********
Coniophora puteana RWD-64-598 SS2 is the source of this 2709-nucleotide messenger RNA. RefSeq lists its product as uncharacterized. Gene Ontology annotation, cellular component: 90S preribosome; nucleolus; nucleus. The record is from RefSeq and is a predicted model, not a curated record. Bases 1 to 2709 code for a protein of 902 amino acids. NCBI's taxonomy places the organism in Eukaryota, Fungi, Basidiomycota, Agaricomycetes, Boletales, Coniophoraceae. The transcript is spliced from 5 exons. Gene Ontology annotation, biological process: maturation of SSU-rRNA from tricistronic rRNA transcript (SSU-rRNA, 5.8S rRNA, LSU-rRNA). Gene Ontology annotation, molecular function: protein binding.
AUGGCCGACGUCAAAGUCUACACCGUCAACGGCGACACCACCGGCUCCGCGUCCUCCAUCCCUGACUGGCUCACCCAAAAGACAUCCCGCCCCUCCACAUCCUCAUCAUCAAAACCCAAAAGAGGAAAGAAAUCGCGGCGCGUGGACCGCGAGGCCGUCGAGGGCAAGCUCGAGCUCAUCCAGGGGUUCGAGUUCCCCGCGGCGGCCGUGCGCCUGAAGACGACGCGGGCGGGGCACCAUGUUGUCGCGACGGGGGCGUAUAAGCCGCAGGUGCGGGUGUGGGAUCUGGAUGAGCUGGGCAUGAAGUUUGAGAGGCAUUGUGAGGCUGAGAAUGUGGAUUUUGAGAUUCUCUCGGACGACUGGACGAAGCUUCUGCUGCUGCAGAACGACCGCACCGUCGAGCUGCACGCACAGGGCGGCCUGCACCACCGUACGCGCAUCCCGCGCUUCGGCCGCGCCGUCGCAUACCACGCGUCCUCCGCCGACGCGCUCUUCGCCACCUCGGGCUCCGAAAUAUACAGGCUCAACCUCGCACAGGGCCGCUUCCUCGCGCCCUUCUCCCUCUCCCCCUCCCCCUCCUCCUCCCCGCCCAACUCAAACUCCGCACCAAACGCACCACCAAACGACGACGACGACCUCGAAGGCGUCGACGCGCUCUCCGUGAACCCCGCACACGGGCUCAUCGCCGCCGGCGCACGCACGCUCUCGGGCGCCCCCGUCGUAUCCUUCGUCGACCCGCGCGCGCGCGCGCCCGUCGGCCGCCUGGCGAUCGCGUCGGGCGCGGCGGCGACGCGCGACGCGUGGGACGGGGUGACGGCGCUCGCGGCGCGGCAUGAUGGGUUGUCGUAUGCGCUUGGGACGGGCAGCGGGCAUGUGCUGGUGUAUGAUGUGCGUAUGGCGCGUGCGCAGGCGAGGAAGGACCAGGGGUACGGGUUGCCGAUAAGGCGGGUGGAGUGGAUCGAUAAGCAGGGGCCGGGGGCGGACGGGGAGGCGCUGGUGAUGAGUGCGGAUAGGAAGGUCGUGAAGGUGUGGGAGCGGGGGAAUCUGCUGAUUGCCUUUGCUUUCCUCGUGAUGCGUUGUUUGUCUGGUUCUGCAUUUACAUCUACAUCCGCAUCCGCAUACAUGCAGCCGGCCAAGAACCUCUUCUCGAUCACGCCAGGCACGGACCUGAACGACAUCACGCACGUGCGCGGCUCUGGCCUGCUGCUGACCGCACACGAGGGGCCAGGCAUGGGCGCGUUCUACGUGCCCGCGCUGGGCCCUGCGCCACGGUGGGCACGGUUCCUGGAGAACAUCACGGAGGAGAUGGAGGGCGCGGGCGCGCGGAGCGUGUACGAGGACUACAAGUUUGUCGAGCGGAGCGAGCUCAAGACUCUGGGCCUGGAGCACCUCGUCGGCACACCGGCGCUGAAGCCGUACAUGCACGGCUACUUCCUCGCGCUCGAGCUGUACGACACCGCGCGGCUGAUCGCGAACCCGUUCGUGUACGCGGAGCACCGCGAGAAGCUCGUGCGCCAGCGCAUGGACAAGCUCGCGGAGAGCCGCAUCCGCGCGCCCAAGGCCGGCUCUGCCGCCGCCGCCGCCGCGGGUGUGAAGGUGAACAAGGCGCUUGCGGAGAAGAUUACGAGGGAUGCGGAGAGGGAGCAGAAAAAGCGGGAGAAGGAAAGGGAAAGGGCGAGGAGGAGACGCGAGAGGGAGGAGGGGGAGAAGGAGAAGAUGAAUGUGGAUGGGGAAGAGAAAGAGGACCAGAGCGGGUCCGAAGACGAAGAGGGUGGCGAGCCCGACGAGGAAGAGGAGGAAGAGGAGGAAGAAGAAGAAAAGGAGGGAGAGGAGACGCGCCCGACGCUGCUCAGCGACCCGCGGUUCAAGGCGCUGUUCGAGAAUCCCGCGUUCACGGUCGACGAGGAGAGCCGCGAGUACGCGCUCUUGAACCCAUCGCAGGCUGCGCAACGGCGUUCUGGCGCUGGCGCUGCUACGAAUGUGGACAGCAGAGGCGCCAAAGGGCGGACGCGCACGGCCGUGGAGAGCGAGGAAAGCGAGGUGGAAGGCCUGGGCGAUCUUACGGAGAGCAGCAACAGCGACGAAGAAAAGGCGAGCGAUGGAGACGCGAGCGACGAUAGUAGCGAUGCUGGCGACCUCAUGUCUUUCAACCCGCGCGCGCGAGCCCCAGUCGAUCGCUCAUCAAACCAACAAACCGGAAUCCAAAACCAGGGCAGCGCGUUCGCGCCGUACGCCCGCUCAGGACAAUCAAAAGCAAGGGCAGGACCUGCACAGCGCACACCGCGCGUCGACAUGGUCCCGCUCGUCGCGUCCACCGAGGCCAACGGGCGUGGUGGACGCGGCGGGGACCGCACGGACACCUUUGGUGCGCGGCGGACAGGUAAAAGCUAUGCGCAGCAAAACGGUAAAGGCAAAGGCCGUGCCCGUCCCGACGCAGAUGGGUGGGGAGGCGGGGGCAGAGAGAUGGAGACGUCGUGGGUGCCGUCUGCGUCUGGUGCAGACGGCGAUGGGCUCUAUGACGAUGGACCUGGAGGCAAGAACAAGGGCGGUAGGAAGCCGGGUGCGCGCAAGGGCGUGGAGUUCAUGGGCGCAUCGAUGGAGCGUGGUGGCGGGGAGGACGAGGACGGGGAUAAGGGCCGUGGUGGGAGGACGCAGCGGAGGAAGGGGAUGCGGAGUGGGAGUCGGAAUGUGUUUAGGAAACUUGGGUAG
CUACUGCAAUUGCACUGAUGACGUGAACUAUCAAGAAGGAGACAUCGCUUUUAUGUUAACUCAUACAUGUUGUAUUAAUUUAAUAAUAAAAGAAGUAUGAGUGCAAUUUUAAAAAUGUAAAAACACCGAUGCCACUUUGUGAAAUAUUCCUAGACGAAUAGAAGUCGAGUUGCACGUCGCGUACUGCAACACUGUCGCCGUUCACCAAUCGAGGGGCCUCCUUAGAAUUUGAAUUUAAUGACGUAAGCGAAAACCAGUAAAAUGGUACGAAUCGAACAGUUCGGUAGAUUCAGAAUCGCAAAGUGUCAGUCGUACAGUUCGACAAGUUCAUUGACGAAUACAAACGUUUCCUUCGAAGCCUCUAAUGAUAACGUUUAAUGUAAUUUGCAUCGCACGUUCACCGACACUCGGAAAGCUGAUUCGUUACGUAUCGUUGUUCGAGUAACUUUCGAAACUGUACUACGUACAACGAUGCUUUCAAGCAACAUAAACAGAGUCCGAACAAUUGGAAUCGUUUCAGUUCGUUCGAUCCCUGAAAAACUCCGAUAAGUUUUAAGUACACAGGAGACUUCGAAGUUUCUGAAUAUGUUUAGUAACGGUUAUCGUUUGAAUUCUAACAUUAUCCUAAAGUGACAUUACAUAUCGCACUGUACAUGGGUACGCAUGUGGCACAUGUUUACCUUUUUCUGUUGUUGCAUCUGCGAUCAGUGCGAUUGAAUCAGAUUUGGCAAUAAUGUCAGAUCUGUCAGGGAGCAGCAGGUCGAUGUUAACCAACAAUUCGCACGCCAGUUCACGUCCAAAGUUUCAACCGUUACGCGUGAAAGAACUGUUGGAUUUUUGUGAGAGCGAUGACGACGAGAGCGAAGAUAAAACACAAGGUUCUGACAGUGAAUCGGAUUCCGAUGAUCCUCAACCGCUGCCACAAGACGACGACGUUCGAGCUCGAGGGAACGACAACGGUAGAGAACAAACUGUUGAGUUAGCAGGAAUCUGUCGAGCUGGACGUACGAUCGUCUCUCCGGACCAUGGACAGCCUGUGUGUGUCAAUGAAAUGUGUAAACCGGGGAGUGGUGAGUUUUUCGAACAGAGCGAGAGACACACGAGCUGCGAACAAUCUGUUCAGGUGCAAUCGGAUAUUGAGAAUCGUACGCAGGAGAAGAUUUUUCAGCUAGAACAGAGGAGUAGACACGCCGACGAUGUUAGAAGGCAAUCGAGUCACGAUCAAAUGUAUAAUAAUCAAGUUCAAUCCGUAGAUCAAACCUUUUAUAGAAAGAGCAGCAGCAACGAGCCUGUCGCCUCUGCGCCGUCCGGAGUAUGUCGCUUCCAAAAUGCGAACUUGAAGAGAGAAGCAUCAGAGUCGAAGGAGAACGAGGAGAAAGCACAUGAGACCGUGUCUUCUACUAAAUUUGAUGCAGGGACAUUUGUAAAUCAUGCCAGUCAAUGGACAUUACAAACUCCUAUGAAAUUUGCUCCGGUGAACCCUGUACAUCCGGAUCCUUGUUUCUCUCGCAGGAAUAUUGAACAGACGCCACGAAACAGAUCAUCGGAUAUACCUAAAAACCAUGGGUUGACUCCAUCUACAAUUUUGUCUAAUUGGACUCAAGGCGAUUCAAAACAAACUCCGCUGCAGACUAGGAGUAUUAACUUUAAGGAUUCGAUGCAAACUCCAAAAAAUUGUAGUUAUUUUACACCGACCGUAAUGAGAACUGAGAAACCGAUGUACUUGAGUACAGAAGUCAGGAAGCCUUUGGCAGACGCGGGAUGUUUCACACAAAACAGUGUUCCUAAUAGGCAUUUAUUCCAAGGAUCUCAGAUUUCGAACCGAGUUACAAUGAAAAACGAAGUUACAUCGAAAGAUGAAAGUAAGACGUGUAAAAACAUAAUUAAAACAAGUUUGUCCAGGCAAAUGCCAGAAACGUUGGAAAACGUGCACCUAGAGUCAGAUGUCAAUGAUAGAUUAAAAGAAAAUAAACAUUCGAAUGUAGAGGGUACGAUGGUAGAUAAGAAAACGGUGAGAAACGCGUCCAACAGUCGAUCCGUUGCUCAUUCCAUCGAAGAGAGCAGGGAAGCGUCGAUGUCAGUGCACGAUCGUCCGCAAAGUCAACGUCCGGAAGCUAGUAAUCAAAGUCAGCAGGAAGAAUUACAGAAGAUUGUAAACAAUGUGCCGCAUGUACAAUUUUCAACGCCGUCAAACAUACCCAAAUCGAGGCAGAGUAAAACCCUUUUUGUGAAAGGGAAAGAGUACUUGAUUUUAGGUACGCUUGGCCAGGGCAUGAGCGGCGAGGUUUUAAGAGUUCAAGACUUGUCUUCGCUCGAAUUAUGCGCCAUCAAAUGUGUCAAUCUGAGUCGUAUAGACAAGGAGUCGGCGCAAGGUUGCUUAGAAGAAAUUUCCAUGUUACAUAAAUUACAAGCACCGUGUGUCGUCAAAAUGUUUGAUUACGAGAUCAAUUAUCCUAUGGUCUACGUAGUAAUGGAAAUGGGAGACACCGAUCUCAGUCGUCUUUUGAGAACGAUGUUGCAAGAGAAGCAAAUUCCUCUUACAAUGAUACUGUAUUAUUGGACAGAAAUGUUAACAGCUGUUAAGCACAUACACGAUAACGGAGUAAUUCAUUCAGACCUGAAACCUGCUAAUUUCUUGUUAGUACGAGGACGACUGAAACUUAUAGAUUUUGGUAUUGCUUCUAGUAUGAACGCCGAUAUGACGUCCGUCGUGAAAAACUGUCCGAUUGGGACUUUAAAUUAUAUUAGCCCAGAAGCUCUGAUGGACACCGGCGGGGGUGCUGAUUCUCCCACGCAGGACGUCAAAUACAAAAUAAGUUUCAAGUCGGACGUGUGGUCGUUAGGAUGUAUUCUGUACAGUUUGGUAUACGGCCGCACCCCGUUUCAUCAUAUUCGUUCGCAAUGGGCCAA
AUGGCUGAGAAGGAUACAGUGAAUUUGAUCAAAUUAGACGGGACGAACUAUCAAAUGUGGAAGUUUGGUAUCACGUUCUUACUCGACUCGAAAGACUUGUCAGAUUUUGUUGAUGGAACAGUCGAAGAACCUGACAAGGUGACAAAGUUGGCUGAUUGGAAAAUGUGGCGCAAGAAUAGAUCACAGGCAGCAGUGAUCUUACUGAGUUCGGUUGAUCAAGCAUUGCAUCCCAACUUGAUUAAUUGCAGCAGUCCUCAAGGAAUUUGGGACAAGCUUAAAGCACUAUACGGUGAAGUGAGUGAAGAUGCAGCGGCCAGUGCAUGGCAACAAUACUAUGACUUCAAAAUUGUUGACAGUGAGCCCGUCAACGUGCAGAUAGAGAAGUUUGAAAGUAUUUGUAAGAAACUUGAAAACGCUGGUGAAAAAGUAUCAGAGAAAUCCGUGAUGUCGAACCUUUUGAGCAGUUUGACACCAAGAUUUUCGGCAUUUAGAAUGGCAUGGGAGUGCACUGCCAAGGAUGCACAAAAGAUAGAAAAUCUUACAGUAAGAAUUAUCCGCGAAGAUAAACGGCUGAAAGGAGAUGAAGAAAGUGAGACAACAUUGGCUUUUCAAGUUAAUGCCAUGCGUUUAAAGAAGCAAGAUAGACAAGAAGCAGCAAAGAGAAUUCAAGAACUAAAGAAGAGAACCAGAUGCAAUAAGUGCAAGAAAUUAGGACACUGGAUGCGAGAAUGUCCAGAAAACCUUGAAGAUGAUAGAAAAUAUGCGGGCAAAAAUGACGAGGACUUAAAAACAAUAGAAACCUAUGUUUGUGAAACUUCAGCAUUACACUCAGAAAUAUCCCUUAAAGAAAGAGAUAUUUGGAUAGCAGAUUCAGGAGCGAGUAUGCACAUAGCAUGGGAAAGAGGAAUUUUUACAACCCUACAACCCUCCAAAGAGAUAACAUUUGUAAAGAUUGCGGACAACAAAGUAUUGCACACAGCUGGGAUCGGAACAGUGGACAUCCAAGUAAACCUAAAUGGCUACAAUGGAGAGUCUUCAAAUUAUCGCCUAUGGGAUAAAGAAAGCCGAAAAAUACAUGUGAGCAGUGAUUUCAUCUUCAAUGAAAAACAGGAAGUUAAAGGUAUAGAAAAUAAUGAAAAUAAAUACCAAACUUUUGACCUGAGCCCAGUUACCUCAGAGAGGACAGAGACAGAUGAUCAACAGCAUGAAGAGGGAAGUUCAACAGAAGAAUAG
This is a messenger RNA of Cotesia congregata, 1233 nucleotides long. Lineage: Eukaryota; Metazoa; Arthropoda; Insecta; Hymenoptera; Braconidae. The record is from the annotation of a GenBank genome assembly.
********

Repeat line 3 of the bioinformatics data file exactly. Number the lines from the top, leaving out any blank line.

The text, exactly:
CUACUGCAAUUGCACUGAUGACGUGAACUAUCAAGAAGGAGACAUCGCUUUUAUGUUAACUCAUACAUGUUGUAUUAAUUUAAUAAUAAAAGAAGUAUGAGUGCAAUUUUAAAAAUGUAAAAACACCGAUGCCACUUUGUGAAAUAUUCCUAGACGAAUAGAAGUCGAGUUGCACGUCGCGUACUGCAACACUGUCGCCGUUCACCAAUCGAGGGGCCUCCUUAGAAUUUGAAUUUAAUGACGUAAGCGAAAACCAGUAAAAUGGUACGAAUCGAACAGUUCGGUAGAUUCAGAAUCGCAAAGUGUCAGUCGUACAGUUCGACAAGUUCAUUGACGAAUACAAACGUUUCCUUCGAAGCCUCUAAUGAUAACGUUUAAUGUAAUUUGCAUCGCACGUUCACCGACACUCGGAAAGCUGAUUCGUUACGUAUCGUUGUUCGAGUAACUUUCGAAACUGUACUACGUACAACGAUGCUUUCAAGCAACAUAAACAGAGUCCGAACAAUUGGAAUCGUUUCAGUUCGUUCGAUCCCUGAAAAACUCCGAUAAGUUUUAAGUACACAGGAGACUUCGAAGUUUCUGAAUAUGUUUAGUAACGGUUAUCGUUUGAAUUCUAACAUUAUCCUAAAGUGACAUUACAUAUCGCACUGUACAUGGGUACGCAUGUGGCACAUGUUUACCUUUUUCUGUUGUUGCAUCUGCGAUCAGUGCGAUUGAAUCAGAUUUGGCAAUAAUGUCAGAUCUGUCAGGGAGCAGCAGGUCGAUGUUAACCAACAAUUCGCACGCCAGUUCACGUCCAAAGUUUCAACCGUUACGCGUGAAAGAACUGUUGGAUUUUUGUGAGAGCGAUGACGACGAGAGCGAAGAUAAAACACAAGGUUCUGACAGUGAAUCGGAUUCCGAUGAUCCUCAACCGCUGCCACAAGACGACGACGUUCGAGCUCGAGGGAACGACAACGGUAGAGAACAAACUGUUGAGUUAGCAGGAAUCUGUCGAGCUGGACGUACGAUCGUCUCUCCGGACCAUGGACAGCCUGUGUGUGUCAAUGAAAUGUGUAAACCGGGGAGUGGUGAGUUUUUCGAACAGAGCGAGAGACACACGAGCUGCGAACAAUCUGUUCAGGUGCAAUCGGAUAUUGAGAAUCGUACGCAGGAGAAGAUUUUUCAGCUAGAACAGAGGAGUAGACACGCCGACGAUGUUAGAAGGCAAUCGAGUCACGAUCAAAUGUAUAAUAAUCAAGUUCAAUCCGUAGAUCAAACCUUUUAUAGAAAGAGCAGCAGCAACGAGCCUGUCGCCUCUGCGCCGUCCGGAGUAUGUCGCUUCCAAAAUGCGAACUUGAAGAGAGAAGCAUCAGAGUCGAAGGAGAACGAGGAGAAAGCACAUGAGACCGUGUCUUCUACUAAAUUUGAUGCAGGGACAUUUGUAAAUCAUGCCAGUCAAUGGACAUUACAAACUCCUAUGAAAUUUGCUCCGGUGAACCCUGUACAUCCGGAUCCUUGUUUCUCUCGCAGGAAUAUUGAACAGACGCCACGAAACAGAUCAUCGGAUAUACCUAAAAACCAUGGGUUGACUCCAUCUACAAUUUUGUCUAAUUGGACUCAAGGCGAUUCAAAACAAACUCCGCUGCAGACUAGGAGUAUUAACUUUAAGGAUUCGAUGCAAACUCCAAAAAAUUGUAGUUAUUUUACACCGACCGUAAUGAGAACUGAGAAACCGAUGUACUUGAGUACAGAAGUCAGGAAGCCUUUGGCAGACGCGGGAUGUUUCACACAAAACAGUGUUCCUAAUAGGCAUUUAUUCCAAGGAUCUCAGAUUUCGAACCGAGUUACAAUGAAAAACGAAGUUACAUCGAAAGAUGAAAGUAAGACGUGUAAAAACAUAAUUAAAACAAGUUUGUCCAGGCAAAUGCCAGAAACGUUGGAAAACGUGCACCUAGAGUCAGAUGUCAAUGAUAGAUUAAAAGAAAAUAAACAUUCGAAUGUAGAGGGUACGAUGGUAGAUAAGAAAACGGUGAGAAACGCGUCCAACAGUCGAUCCGUUGCUCAUUCCAUCGAAGAGAGCAGGGAAGCGUCGAUGUCAGUGCACGAUCGUCCGCAAAGUCAACGUCCGGAAGCUAGUAAUCAAAGUCAGCAGGAAGAAUUACAGAAGAUUGUAAACAAUGUGCCGCAUGUACAAUUUUCAACGCCGUCAAACAUACCCAAAUCGAGGCAGAGUAAAACCCUUUUUGUGAAAGGGAAAGAGUACUUGAUUUUAGGUACGCUUGGCCAGGGCAUGAGCGGCGAGGUUUUAAGAGUUCAAGACUUGUCUUCGCUCGAAUUAUGCGCCAUCAAAUGUGUCAAUCUGAGUCGUAUAGACAAGGAGUCGGCGCAAGGUUGCUUAGAAGAAAUUUCCAUGUUACAUAAAUUACAAGCACCGUGUGUCGUCAAAAUGUUUGAUUACGAGAUCAAUUAUCCUAUGGUCUACGUAGUAAUGGAAAUGGGAGACACCGAUCUCAGUCGUCUUUUGAGAACGAUGUUGCAAGAGAAGCAAAUUCCUCUUACAAUGAUACUGUAUUAUUGGACAGAAAUGUUAACAGCUGUUAAGCACAUACACGAUAACGGAGUAAUUCAUUCAGACCUGAAACCUGCUAAUUUCUUGUUAGUACGAGGACGACUGAAACUUAUAGAUUUUGGUAUUGCUUCUAGUAUGAACGCCGAUAUGACGUCCGUCGUGAAAAACUGUCCGAUUGGGACUUUAAAUUAUAUUAGCCCAGAAGCUCUGAUGGACACCGGCGGGGGUGCUGAUUCUCCCACGCAGGACGUCAAAUACAAAAUAAGUUUCAAGUCGGACGUGUGGUCGUUAGGAUGUAUUCUGUACAGUUUGGUAUACGGCCGCACCCCGUUUCAUCAUAUUCGUUCGCAAUGGGCCAA